On a flat expanse of land 10 miles south of Dixon, the Jepson Prairie Preserve is among the best of the few remaining vernal-pool habitats in California as well as a prime example of the native bunchgrass prairie that once covered much of the state. With winter rains, the prairie’s impermeable layer of clay soil holds rainwater in shallow pools and small lakes (the largest, Olcott Lake, is 93 acres) that slowly evaporate through the spring. During that time, dozens of species of plants and animals that depend on the water in the ephemeral pools complete their brief life cycles. Fairly shrimp and other aquatic invertebrates are abundant in the pools early in the season. Then, as the pools begin to dry, wildflowers bloom in sequence, often forming colorful concentric rings around the edges of the shrinking pools.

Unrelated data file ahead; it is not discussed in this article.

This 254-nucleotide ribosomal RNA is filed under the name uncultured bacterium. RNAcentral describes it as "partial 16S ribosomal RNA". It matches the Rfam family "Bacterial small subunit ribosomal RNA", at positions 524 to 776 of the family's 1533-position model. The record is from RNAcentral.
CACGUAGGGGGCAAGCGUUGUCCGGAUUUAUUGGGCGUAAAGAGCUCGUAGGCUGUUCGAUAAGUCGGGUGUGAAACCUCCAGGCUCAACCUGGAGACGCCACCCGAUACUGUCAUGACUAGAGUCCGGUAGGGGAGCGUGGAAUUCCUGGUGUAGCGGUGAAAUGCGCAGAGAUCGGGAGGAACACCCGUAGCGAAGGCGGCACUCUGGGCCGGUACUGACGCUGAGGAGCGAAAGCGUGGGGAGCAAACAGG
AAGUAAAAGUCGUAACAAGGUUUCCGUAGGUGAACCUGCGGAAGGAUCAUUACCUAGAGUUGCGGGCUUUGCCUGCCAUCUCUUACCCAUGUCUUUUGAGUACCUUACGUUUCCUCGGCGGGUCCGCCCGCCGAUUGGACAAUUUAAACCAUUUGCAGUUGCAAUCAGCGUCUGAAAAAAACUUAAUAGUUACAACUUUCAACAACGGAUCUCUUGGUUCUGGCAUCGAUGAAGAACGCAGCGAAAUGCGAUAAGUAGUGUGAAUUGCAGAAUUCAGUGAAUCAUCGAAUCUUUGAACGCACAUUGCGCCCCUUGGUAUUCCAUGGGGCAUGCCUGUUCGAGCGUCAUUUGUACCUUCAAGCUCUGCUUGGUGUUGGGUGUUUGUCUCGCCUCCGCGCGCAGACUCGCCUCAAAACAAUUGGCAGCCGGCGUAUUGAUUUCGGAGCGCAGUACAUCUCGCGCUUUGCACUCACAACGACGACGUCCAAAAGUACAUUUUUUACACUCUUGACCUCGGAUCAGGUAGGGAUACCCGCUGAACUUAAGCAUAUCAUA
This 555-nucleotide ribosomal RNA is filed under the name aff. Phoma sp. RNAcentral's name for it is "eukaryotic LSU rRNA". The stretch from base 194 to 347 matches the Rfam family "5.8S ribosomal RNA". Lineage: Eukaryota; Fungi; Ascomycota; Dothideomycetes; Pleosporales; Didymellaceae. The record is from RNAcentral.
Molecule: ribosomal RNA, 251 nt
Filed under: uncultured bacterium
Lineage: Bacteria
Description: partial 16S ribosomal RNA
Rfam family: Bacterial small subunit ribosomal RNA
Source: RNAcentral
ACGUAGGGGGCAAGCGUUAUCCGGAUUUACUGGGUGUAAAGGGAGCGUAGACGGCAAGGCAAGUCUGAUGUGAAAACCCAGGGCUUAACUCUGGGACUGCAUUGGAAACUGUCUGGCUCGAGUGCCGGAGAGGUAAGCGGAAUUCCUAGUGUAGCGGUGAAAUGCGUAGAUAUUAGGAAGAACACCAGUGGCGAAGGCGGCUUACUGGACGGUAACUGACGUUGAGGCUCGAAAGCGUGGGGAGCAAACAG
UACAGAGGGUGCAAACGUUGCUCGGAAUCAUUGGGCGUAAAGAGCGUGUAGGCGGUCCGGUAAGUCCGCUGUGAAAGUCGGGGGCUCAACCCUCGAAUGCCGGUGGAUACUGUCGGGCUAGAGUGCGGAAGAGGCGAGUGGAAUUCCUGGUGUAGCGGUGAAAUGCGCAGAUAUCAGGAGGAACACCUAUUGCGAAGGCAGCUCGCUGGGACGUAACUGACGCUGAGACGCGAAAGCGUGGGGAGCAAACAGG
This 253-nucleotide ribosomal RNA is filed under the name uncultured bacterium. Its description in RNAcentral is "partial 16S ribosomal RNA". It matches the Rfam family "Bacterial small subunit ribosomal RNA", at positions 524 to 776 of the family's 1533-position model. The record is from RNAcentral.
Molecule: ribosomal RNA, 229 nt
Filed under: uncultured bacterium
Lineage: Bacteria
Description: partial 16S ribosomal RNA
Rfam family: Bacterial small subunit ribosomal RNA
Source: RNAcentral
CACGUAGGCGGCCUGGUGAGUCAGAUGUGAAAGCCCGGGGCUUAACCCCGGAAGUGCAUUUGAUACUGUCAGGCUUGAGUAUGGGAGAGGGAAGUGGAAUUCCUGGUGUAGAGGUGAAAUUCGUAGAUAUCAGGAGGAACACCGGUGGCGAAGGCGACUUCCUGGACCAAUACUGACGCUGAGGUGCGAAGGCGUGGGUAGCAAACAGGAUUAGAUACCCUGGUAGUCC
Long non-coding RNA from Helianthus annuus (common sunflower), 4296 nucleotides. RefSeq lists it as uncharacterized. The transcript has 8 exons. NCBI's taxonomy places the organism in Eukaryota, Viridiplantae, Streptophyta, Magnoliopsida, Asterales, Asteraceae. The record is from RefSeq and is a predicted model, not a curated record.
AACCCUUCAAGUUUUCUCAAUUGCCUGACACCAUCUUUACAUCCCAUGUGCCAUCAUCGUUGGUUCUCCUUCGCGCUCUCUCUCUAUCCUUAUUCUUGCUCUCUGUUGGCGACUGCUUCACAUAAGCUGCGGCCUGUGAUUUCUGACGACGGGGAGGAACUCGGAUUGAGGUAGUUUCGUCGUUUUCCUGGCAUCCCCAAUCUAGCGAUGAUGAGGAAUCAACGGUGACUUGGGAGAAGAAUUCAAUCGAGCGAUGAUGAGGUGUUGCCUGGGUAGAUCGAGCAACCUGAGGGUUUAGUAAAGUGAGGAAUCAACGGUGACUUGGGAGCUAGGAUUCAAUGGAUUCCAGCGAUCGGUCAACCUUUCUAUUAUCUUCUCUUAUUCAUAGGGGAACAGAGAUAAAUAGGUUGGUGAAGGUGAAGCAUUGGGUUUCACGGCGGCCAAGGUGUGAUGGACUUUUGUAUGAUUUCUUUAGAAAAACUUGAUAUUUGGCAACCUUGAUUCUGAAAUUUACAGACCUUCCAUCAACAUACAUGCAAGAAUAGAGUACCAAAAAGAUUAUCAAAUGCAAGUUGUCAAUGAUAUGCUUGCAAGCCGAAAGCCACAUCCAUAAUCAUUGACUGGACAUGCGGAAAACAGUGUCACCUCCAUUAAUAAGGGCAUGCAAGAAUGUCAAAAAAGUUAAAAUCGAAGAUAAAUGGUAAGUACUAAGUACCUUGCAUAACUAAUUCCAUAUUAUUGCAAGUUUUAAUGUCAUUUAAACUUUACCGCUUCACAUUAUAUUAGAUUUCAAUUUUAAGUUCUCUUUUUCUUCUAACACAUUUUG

The best way to see and learn about the prairie and its plant and animal inhabitants is through a docent-led tour, offered on weekends in the spring (usually beginning in early March and ending on Mother’s Day). Although most of the prairie is only accessible through the tours, there is a short self-guided nature trail open to visitors during daylight hours. Dogs are not allowed anywhere on the preserve.